Their Descendants...Their Stories...Their Achievements

Lifting the Mists of History on Their Way of Life

By: Ethelene Dyer Jones

Sunday, February 28, 2010

John Nicholson, Revolutionary War Soldier (Part 1)

Last week we looked at the life and service of Revolutionary War soldier, Michael Tanner, who was buried in the Old Choestoe Cemetery.

Another Revolutionary War soldier’s grave is that of John Nicholson who was buried at the Pleasant Grove Baptist Church Cemetery in Coosa District. To access the cemetery and see this grave marker, travel from the square in Blairsville west on (old) Highway 76 for about 7.8 miles. The church was founded in 1842. Although the old gravestone shows neither a birth date nor a death date for John Nicholson, family records attest to his birth being on May 1, 1762 or 1763 in Old Bute County, NC (present-day Warren County). Family history also indicates that John Nicholson died December 20, 1858 at age 96. If he did live to this ripe old age, his birth date then would have been in the year 1762.

John Nicholson had moved from Hall County, Georgia to Union County, Georgia to live with his son Alfred whose farm was in the Harmony Grove section of Arkaquah District. Another son, Walter, lived in the Fodder Creek section of Towns County, Georgia. In 1858, John Nicholson was at the home of his daughter, Mrs. Lewis Akins in the Coosa District near Pleasant Grove Church. This daughter’s name was Luvicia, b. 1802 and called Vica. The family buried their father in the nearby church cemetery. Travel arrangements were not conducive then to transporting the body to Hall or Habersham County where one of his spouses had been buried in the many moves of the family.

John Nicholson (May 1, 1762 or 1763-December 20, 1858), was a son of William Nicholson. The Nicholsons had first settled in Virginia prior to the Revolution and had large land holdings there. The family migrated to North Carolina prior to the Revolution. It was in Bute County (later named Warren County), N. C. where John was born.

John Nicholson, Sr. enlisted in the Revolution from Bute County, NC. His first term of enlistment began in 1780 and lasted for three months. He was under the command of Captain John White and in Colonel Eaton’s North Carolina Regiment, with General Caswell. This Regiment was at the Battle of Camden when General Gates was defeated. This first three-month term was as a substitute for someone else. He mustered out on the Adkin River.

His second enlistment of three months was in 1781 as a private under General Greene, in the N. C. Regiment commanded by Captains Flewallen and Norsworthy. The Regiment was in the Battle of Guilford Courthouse. After this three-month service, he was discharged at Ramey’s Mill.

His third three-month enlistment was under Colonel Linton in the North Carolina Troops. He was discharged at Tarborough.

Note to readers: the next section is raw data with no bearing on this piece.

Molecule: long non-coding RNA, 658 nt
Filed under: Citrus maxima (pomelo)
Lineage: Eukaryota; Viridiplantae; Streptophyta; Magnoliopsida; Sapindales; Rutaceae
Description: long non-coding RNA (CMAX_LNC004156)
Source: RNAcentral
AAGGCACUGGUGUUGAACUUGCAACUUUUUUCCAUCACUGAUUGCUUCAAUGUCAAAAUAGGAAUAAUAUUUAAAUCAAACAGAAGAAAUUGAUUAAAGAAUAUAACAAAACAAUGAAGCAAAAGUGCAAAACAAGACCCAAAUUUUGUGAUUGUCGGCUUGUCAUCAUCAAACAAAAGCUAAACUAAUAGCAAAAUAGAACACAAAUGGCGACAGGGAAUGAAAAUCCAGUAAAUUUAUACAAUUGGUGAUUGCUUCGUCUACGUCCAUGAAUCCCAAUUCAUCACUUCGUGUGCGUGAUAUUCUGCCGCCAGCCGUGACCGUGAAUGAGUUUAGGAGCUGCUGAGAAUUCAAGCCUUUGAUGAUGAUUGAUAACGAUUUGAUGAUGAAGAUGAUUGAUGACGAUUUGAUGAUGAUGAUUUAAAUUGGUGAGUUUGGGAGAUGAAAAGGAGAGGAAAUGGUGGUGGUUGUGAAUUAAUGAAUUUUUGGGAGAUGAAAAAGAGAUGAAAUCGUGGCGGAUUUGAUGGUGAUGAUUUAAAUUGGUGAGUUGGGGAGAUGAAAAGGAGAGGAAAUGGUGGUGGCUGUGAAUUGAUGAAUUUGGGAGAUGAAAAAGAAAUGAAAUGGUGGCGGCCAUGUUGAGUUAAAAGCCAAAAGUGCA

For the fourth enlistment, again of three months in 1782, he served in Captain Cox’s Company of the North Carolina Regiment under Colonel Sevier. His honorable discharge came on the Tennessee River in North Carolina. Altogether, Private Nicholson served a year during the Revolution.

John Nicholson made application for a Revolutionary War pension on November 2, 1832. He was then a resident of Hall County, Georgia. He had been counted in the 1830 census of Hall County, along with his son, John Nicholson, Jr. (1802-1884). The pension was granted and Private John Nicholson received $40.00 per year until his death for his Revolutionary War service. By the 1850 census, John, Sr. was living in Cherokee County, Georgia in the household of his youngest son, John Nicholson, Jr. who had married Elizabeth Allred in 1827. That same year, 1850, John Nicholson, Sr. paid taxes in Union County, Georgia on land he owned, with his son-in-law, Lewis Akin, making the tax payment for him.

From the records, it would seem that John Nicholson, Sr. traveled about a lot. The aged soldier was probably moved from one child’s home to another to be cared for by them in his dotage. Reaching age 96 in those years was an accomplishment within itself. We can imagine that he had colorful stories to tell his children and grandchildren as he re-lived his four-term enlistment in the Revolution. The battles of Camden and Guilford Courthouse no doubt loomed large in his memory as he recalled the North Carolina farmers mustered out to protect their freedom and to win independence.

[Next week: More on the life and times of John Nicholson, Sr.]

c2004 by Ethelene Dyer Jones; published Feb. 26, 2004 in The Union Sentinel, Blairsville, GA. Reprinted by permission. All rights reserved.

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